The top floor of our house is now set up as a classroom.  In these photos you can see we have a computer workstation set up for the children to work on projects, online coursework, and play educational games.  We also have a TV up here for the children to watch videos on.  This has been a fabulous space for us to use our new school year curriculum in.  We also have our own computer network up here courtesy of our IT specialist, Daniel Finley.  The children will be learning American History, Math, Earth Science, Grammar, Spelling, Writing, Computer Technology (to include basic programming), and Typing in this space.  We are so excited about it.  Patrick has already given a presentation on dinosaurs and Teddy is finishing up one on the Inca Empire.  Today, Teddy got up on a Sunday and completed an entire lesson from his curriculum on his own and Rowan flew through 6 pages in her workbook.  I love the self motivation!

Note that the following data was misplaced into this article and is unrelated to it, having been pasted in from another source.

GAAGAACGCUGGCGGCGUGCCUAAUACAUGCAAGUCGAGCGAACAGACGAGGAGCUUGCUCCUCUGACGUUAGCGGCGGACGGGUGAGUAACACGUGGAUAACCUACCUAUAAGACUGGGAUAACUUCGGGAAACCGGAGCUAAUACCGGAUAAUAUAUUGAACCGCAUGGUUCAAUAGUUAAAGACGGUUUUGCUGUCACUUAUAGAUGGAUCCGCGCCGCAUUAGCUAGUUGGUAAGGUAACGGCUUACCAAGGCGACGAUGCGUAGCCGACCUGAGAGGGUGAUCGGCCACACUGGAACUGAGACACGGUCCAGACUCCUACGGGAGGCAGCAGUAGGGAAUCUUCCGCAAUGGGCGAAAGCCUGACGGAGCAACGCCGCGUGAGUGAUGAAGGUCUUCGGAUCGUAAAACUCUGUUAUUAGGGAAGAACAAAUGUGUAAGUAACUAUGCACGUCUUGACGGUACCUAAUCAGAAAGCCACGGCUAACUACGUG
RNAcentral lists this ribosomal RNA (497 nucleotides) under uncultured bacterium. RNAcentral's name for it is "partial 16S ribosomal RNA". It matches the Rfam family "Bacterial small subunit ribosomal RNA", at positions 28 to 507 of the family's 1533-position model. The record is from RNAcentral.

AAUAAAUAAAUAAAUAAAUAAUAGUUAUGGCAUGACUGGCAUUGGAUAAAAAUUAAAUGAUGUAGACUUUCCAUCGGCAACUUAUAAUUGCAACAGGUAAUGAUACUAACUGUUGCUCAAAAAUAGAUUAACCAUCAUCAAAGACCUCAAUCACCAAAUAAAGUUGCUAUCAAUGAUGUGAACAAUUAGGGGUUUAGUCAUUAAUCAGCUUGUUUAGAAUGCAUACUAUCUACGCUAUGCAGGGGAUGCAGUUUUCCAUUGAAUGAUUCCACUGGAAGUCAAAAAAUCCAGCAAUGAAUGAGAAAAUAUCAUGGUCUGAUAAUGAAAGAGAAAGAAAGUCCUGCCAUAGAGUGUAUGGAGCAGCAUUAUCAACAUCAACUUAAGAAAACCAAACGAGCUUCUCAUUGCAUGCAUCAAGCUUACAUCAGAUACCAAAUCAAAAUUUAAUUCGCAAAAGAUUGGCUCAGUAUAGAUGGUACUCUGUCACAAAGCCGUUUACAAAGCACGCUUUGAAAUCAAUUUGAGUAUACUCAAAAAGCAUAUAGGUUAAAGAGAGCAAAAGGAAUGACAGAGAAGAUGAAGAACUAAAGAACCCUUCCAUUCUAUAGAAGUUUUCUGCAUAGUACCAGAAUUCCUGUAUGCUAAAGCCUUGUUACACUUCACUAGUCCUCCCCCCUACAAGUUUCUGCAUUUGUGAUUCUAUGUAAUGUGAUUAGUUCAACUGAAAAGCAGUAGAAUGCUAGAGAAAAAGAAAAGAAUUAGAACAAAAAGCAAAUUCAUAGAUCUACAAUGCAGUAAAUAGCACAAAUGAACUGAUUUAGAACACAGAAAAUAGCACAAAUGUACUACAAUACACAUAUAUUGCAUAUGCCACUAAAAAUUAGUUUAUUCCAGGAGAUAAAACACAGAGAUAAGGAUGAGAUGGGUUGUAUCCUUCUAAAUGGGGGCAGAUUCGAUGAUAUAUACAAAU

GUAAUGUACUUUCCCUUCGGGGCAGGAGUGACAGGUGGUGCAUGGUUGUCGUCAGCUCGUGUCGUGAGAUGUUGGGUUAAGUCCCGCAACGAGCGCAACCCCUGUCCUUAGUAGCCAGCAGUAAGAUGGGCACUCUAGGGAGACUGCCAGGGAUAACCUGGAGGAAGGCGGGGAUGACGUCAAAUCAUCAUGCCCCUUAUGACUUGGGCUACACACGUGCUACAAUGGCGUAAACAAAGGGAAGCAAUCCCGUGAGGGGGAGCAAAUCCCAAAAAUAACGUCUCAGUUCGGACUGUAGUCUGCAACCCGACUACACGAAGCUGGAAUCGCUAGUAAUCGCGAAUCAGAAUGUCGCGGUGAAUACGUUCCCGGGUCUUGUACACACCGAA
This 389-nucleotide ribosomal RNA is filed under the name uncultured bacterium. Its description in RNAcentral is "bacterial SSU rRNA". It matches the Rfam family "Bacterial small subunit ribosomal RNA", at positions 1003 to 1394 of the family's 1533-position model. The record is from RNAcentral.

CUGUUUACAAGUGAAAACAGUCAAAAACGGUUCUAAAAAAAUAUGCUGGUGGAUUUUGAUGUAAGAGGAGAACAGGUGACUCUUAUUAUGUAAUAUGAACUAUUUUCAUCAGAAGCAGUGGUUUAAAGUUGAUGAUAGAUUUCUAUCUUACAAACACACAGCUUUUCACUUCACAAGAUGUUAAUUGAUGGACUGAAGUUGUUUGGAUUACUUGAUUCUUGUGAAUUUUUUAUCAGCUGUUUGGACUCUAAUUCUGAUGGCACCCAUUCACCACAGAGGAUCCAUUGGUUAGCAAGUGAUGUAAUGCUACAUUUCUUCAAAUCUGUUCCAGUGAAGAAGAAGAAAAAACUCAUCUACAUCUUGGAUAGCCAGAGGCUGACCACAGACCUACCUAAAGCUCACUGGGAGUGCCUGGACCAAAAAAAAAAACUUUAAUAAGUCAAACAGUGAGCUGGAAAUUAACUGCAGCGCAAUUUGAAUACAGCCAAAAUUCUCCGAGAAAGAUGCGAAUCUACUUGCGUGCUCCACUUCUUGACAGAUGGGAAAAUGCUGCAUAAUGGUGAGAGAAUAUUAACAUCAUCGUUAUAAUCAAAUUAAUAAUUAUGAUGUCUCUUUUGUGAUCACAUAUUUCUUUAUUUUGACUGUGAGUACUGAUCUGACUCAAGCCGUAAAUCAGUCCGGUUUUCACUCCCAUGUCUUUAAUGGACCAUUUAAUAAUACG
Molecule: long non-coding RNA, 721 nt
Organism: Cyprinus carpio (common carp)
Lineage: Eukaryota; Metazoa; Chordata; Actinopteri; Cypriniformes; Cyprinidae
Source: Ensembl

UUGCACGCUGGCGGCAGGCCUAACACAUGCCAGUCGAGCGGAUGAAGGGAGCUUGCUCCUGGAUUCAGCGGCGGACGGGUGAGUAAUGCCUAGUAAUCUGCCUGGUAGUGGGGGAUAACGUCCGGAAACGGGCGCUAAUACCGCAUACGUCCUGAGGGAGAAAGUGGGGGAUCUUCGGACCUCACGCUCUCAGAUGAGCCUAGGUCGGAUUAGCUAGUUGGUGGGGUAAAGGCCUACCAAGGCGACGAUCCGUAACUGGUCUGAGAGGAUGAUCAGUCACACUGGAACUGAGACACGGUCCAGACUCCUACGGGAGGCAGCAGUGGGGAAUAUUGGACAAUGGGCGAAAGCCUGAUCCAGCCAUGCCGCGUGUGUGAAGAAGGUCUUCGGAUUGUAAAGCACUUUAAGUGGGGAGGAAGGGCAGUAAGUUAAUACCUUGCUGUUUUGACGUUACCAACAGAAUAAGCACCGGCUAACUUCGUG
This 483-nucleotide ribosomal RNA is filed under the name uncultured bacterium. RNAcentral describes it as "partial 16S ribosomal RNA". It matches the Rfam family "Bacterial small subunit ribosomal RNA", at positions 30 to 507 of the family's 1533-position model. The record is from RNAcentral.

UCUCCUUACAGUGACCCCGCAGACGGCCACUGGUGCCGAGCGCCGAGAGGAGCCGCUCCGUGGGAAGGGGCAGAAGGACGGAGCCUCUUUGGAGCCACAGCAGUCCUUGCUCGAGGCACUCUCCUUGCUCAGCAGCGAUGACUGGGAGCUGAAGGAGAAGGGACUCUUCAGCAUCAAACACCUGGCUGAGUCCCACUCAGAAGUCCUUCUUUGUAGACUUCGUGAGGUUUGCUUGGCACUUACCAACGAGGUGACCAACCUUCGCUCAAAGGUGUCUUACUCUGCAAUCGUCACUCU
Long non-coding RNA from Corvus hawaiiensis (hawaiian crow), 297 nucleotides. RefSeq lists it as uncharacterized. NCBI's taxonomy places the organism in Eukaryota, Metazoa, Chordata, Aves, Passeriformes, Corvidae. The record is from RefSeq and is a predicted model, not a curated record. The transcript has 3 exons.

Photos of our family classroom

Several weeks ago we took a day trip to a Celtic Ringwall dating back to the 1st or 2nd century BC, called Otzenhausen.  It is one of the biggest fortifications ever constructed by the Celts.  In the middle of this massive fortification was a settlement.  We were able to view archeological dig sites and see how the research is conducted.  There were also some amazing forest trails overlooking a lake.  It was a picture perfect day for exploring.

On top of the Celtic Ring.  Gorgeous view!

This boy is irresistible!

Hiking through the woods.  

Teddy always finds something to climb.

My reasons for getting out of bed each morning!